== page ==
Measles might not seem relevant, especially for people with the vaccine. But between January and April of 2019, America saw the highest reports of measles cases since the disease was “eliminated” in 2000, according to the Centers for Disease Control and Prevention (CDC). More than 700 measles cases in 22 states mean there is more curiosity and concern about measles symptoms, what the measles rash looks like, and vaccine policies. Here’s everything you need to know about the disease.
What are measles?
Measles is a highly contagious viral illness that’ll occur in 90 percent of exposed individuals, according to Bruce Polsky, MD, the Chairman of the Department of Medicine at NYU Winthrop Hospital, an infectious disease specialist. Doctors don’t over exaggerate about the measles. The virus hangs in the air for up to two hours—even after the infected person leaves the area, says John T. Raffalli, MD, FACP, a CareMount Medical Infectious Disease specialist. Here are more details on the recent measles outbreak.
What are measles symptoms?
Measles typically start with cold-like symptoms including:
- Runny nose
- Conjunctivitis (red eyes)
- Koplik (tiny white spots on the mouth)
- Fatigue or discomfort
These signs and symptoms appear two to four days before the rash, Dr. Polsky says, and up to three weeks after the initial exposure to the virus, per Dr. Raffalli. All of these symptoms, including the rash, work from the top of the body down. This includes a sore throat and a cough that might persist for one or two weeks after recovering from other symptoms, according to Dr. Polsky. If left untreated, more serious complications of measles include permanent brain damage, pneumonia, and middle ear damage, Dr. Raffalli adds, hence the creation of the vaccine (more on that later.)
What does the measles rash look like?
The measles rash is extremely red and blotchy. It first appears on the face, spreading downward and outward on the body to the neck, hands, and feet. If someone with measles has this rash, they are contagious via coughing and sneezing from four days before the rash appears to four days after, says Dr. Raffalli. Recognize the difference between the measles rash and 14 of the most common skin irritations.
How effective is the measles vaccine?
The global total of measles deaths decreased by 84 percent between 2000 and 2016 thanks to the measles vaccine, according to Dr. Polsky. That’s because developing the measles is rare in someone with the full vaccination—two doses of the vaccine, Dr. Polsky adds. People have the first dose between 12 and 18 months old, and the second booster between six and seven years old, Dr. Polsky says. “If you’ve only received the first dose of the vaccine, the estimated protection level is 93 percent,” he says. “We need community levels of immunity of 95 percent or greater in order to provide the ‘umbrella’ of protection that interrupts transmission.” That’s why the second shot became a staple after 1989, according to Dana Hawkinson, MD, an infectious disease specialist at The University of Kansas Health System.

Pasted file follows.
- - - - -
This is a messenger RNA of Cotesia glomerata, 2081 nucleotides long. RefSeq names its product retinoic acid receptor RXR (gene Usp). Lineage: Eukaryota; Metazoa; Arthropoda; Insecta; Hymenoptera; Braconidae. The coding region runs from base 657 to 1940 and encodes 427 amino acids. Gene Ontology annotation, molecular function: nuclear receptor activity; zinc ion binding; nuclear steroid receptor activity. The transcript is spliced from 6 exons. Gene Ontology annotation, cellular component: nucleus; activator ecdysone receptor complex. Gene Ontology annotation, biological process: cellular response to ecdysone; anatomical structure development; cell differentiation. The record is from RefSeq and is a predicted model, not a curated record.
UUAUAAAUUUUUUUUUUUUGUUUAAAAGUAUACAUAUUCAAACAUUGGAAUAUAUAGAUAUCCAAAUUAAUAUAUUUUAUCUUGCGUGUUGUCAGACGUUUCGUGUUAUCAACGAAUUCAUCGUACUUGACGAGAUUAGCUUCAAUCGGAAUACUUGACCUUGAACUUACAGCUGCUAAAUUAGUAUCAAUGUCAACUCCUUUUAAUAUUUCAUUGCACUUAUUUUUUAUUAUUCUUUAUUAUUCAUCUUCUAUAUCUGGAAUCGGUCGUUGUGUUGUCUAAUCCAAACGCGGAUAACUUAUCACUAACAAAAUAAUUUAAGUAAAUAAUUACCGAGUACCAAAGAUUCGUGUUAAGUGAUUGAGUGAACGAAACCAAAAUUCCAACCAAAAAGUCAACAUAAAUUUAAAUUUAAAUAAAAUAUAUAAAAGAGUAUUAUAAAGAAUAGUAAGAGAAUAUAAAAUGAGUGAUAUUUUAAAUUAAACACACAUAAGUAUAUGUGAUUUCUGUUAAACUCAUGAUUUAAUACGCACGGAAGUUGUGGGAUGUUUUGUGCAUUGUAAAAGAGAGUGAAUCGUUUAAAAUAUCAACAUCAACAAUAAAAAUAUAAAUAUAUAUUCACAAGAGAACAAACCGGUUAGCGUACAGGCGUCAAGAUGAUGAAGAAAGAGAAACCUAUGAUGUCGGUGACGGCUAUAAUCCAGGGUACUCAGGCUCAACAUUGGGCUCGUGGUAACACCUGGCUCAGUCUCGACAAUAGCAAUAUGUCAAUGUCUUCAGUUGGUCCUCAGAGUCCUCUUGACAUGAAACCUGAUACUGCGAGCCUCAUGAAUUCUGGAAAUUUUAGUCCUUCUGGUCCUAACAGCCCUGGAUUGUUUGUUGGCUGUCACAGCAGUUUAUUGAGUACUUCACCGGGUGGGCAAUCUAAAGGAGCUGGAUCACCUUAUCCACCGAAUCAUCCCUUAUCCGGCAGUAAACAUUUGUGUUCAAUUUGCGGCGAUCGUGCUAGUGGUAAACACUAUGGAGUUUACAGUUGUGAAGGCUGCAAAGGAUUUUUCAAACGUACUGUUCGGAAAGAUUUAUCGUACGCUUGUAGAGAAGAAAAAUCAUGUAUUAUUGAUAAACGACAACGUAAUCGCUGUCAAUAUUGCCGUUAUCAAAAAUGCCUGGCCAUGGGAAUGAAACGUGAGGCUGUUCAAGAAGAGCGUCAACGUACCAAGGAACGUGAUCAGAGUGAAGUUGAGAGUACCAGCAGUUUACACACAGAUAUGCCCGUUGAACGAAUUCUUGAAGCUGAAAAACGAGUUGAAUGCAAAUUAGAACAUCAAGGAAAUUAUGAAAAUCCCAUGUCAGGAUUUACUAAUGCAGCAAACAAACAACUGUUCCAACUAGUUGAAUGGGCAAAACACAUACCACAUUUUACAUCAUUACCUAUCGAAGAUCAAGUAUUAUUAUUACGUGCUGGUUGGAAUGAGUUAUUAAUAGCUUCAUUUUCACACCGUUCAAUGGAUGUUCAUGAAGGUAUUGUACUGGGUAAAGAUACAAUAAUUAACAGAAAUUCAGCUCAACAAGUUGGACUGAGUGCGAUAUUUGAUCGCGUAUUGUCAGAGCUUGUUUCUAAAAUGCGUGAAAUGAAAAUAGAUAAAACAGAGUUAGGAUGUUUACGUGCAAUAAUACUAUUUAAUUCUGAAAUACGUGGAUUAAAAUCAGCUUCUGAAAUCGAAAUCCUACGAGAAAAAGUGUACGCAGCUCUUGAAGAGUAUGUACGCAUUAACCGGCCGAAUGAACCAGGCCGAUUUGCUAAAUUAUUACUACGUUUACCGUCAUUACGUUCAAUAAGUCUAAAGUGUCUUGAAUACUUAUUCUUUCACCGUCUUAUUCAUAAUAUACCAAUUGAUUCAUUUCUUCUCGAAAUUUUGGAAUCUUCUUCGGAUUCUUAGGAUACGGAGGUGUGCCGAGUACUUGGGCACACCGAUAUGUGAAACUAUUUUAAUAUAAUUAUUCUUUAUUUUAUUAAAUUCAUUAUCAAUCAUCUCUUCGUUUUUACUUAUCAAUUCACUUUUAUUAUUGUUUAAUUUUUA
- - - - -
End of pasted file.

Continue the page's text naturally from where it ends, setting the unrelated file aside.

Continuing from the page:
Who is most at risk of measles?
The people who are most at risk for contracting the virus are those without the vaccine, such as children under one, and people who might only have one dose of the current vaccine (since doctors only began recommending the two treatments in 1989), Dr. Hawkinson says. So people with older vaccinations may need the second booster shot, which you can determine with the help of your doctor, Dr. Polsky says. People born before 1957, however, are generally considered immune as the disease was still prevalent in America during this time, before the vaccine era, according to Dr. Hawkinson. You can protect yourself against the next viral outbreak by following these 9 expert recommendations.
If you have the measles vaccine, can you still contract the virus?
There are some rare cases of contracting the virus is you have the vaccine, according to Caesar Djavaherian, an emergency medicine MD, and co-founder and Chief Medical Director at Carbon Health. “We aren’t exactly sure why, but some theories include the possibility of a subpar immune response to the vaccines to confer full immunity,” Dr. Djavaherian says. This means people with the full vaccine who still get measles might have immune systems that didn’t respond as they should have to the vaccine, per the CDC. “However, those who have been vaccinated who get measles are much more likely to have a milder illness and are less likely to spread the disease to those who are unvaccinated including young children and babies,” Dr. Djavaherian notes. In most cases, someone who has the measles vaccine shouldn’t worry, and a simple blood test can determine your immunity, Dr. Polsky adds.
So it won’t hurt for people who have both doses of the vaccine to keep an eye out for measles symptoms as both doses of the vaccine provide 97 percent—not 100 percent—protection, Dr. Polsky says. Still, Dr. Hawkinson says vaccine immunity lasts a long time. “We have a safe, effective vaccine to use to prevent measles, mumps, and rubella, two other viral illnesses,” Dr. Hawkinson says. “The most important thing you can do to keep yourself and loved ones safe is get vaccinated.” Although the vaccine is quite effective, vaccines are still one of the 11 biggest health controversies of all time.